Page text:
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Title:Maximal words and the Maori passive
Authors:Paul de Lacy
Comment:In Andrea Rakowski and Norvin Richards (ed.) Proceedings of AFLA VIII. MIT Working Papers in Linguistics 44., pp.20-39. Excerpt in J. McCarthy (ed.) Optimality Theory in phonology: A reader. Blackwells.
Abstract:Minimal Word restrictions - limits on the smallest possible size of a word - have been studied extensively. This article instead identifies a Maximal Word restriction: a limit on the largest possible size of a word. The Polynesian language Maori limits the size of a word to containing one foot and no unfootable sequences: words like [(paki)ta] and [ku(ri:)] are possible, but not CVCVCVCV or CVCVCV:. These limits are shown to follow from conditions on the form of Prosodic Words; restrictions on the PrWd-word relationship then effectively limit word size. Active synchronic alternations provide evidence for the Maximal Word restrictions: they condition the allomorphs of Maoris famous passive suffix. New generalizations about passive allomorphy are also identified.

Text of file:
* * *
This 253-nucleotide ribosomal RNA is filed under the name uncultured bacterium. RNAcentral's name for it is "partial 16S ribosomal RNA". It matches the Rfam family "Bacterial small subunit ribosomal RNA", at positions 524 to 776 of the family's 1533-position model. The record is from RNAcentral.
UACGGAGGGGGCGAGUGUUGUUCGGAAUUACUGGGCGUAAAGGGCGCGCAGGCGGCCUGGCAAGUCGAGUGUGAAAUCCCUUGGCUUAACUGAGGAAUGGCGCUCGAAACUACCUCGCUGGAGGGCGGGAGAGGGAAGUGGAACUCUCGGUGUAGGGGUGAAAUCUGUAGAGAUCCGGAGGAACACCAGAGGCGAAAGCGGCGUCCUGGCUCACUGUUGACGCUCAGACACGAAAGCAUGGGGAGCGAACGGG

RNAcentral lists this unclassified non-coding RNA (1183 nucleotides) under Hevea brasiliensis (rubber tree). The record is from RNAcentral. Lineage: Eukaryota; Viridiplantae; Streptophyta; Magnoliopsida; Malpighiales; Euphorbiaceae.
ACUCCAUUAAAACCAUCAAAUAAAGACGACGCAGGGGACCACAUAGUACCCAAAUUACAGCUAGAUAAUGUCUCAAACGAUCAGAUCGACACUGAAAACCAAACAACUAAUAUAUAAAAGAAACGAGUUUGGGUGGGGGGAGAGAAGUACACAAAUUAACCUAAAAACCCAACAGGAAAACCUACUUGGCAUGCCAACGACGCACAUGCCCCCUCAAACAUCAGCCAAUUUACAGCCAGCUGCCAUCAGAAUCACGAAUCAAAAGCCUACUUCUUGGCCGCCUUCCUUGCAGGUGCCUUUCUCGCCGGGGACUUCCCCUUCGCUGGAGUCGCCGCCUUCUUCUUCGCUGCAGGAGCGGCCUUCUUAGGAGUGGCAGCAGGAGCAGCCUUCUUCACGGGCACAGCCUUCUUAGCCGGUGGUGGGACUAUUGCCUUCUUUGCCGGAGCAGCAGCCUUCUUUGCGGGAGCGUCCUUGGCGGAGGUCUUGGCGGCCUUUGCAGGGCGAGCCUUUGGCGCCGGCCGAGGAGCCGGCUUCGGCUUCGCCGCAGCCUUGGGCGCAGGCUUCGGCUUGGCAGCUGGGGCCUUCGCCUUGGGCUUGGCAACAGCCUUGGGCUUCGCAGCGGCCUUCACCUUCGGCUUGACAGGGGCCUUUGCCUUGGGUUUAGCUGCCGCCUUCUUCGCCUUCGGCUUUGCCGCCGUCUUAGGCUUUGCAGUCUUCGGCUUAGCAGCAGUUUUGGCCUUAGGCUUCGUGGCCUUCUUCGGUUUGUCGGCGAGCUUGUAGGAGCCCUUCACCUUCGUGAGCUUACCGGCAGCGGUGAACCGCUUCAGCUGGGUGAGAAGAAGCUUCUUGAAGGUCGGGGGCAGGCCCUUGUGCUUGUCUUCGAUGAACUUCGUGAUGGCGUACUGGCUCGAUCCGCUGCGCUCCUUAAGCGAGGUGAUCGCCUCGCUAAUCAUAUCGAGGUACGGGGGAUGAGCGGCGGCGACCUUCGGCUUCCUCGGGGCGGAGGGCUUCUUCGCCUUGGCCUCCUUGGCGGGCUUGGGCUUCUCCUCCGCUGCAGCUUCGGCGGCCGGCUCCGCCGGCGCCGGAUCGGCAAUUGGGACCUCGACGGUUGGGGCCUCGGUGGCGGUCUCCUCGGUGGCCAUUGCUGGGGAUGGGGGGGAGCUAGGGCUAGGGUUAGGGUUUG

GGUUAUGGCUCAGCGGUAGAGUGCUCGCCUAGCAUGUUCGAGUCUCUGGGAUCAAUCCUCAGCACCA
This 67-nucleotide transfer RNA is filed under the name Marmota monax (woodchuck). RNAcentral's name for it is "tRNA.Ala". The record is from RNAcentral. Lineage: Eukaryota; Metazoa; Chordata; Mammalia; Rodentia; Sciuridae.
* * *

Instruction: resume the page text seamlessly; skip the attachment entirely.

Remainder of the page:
Type:Paper/tech report
Area/Keywords:Phonology, Morphology
Article:This article has been withdrawn.